In 1945, the Japanese briefly owsted the French protectorate. After the defeat of Japan in World War II, the French returned and ruled until 1953 when Cambodia gained full independence from 1950 to 1960.
This independence did not last long however, and Cambodia was gradually overrun by communist Viet Minh troops from northern Vietnam beginning in the mid 1950s. In 1970 the Vietnamese war spilled over into Cambodia, and King Norodow Sihanouk was overthrown by General Lon Nol. The Lon Nol government was subsequently defeated by Khmer rouge forces and by the mid 70s it was under the rule of the Khmer rouge’s murderous leader Pol Pot. Cambodia embarked a dark period for more than 3 years of Khmer Rouge dominance. Your charming Angkor Wat tour guide can give a personal perspective on this period as he lost close family members during the Pol Pot regime.
During the Khmer rouge time the country’s entire infrastructure was completely destroyed. There was a huge drop in agricultural output and all aspects of modern life (education, trade, transportation communication ect.) were almost non-existent. This was the time of the famous “killing fields” and many Cambodians died as the result of starvation, disease and mass murder. Your Angkor Wat tour would not be complete if you miss the famous Landmine Museum that documents the legacy of this period.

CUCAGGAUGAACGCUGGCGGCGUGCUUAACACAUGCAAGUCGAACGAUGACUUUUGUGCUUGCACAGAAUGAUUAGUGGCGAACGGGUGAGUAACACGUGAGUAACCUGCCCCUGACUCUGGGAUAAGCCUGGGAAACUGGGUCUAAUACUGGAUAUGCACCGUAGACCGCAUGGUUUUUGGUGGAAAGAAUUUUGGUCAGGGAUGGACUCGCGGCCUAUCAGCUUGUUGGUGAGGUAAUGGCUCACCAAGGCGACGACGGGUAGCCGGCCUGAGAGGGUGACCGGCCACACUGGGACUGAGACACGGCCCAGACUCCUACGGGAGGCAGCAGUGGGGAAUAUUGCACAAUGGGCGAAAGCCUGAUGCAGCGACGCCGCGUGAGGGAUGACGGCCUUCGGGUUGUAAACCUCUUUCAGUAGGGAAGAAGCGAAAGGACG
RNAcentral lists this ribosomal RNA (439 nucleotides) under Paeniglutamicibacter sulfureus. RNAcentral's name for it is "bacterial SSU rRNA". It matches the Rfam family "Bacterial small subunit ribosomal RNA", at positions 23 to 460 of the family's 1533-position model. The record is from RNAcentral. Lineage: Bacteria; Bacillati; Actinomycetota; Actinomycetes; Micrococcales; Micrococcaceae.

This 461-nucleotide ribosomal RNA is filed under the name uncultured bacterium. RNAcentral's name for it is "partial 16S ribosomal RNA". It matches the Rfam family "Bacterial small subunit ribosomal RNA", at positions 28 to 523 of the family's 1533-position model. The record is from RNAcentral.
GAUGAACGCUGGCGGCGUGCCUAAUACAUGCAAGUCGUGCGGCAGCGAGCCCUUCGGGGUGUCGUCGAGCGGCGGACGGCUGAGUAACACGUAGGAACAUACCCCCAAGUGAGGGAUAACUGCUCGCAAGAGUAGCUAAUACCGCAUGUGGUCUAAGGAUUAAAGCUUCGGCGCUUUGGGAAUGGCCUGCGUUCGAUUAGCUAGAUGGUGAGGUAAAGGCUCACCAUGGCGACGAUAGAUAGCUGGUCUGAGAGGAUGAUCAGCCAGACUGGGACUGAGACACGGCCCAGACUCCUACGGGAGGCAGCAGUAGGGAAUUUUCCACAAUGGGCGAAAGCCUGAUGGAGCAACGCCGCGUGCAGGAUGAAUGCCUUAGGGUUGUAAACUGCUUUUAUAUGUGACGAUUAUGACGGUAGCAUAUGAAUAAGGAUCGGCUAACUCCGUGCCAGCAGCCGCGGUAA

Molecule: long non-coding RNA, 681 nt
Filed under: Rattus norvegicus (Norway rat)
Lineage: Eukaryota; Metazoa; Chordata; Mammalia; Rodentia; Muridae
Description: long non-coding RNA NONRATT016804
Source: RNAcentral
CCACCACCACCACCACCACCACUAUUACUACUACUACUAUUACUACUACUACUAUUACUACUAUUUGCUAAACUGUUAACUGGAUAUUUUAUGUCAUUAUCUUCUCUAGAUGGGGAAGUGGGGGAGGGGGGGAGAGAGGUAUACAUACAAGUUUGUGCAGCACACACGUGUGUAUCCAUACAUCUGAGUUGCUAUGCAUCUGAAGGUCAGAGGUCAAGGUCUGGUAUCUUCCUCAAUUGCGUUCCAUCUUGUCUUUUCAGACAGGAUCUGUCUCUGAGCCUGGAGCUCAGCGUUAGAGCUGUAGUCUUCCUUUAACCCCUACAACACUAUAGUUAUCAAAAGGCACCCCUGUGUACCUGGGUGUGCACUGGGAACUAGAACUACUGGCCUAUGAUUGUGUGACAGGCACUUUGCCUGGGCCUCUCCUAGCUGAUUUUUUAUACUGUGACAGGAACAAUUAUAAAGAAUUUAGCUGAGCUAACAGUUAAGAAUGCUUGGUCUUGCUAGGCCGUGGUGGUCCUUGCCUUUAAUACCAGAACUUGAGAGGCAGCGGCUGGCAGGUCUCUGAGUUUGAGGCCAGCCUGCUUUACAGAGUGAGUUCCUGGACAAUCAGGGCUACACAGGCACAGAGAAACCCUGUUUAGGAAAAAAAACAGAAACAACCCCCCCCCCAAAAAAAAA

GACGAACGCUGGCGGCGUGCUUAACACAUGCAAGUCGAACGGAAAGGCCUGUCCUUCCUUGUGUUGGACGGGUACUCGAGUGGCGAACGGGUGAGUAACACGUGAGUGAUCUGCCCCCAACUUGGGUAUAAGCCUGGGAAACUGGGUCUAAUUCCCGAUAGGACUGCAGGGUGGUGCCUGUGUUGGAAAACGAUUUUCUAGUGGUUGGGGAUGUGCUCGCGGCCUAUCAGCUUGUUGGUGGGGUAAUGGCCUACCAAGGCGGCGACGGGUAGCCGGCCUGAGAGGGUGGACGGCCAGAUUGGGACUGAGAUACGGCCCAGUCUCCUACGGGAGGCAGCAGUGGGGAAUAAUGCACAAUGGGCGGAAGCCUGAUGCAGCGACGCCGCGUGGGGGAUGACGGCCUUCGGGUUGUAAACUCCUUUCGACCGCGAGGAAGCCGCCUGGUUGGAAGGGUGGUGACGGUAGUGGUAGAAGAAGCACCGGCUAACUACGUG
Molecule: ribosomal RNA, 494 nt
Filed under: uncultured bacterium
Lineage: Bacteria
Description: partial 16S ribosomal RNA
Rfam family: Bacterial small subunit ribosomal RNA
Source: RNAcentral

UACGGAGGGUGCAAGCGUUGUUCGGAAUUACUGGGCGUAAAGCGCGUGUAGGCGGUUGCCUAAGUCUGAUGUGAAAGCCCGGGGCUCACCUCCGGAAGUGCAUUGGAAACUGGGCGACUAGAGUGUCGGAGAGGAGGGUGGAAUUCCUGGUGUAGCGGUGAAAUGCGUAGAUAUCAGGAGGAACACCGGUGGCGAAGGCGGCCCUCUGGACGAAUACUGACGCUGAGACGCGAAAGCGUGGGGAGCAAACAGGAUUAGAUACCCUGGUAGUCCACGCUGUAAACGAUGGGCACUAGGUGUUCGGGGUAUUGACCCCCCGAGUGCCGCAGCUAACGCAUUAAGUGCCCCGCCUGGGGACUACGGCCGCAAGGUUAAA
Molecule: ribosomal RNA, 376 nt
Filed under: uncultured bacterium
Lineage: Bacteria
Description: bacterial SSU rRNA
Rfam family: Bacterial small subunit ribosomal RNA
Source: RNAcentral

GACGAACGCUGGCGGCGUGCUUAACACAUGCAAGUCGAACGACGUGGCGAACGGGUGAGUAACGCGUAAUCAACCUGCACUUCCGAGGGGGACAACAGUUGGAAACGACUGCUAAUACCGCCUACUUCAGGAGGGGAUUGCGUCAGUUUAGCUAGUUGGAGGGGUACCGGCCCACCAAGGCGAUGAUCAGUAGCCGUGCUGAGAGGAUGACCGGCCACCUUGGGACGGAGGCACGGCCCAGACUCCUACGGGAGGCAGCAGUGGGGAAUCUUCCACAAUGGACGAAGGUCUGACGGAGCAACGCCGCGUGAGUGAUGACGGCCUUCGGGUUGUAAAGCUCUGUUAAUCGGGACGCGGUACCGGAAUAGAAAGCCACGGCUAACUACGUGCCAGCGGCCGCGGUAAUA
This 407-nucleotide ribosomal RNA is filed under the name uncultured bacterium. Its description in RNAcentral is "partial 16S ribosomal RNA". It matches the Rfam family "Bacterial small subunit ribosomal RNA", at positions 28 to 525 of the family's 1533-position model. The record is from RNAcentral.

In 1979, the Khmer Rouge were toppled by a Vietnamese backed movement. The People’s Republic of Kampuchea administered the country against the Khmer Rouge while they were driven back to the northern jungle in 1991, Paris peace accords were signed, and free and fair elections were organized

Modern Cambodia Emerges

In 1993 an internationally recognized Cambodia government headed by two prime ministers was created. The Monarchy was also reinstated with King Sihanouk installed as Head of State. Unfortunately the establishment of a new government did not mean an end to Cambodia’s civil war. Until 1997 there was continued fighting in some regions of the country.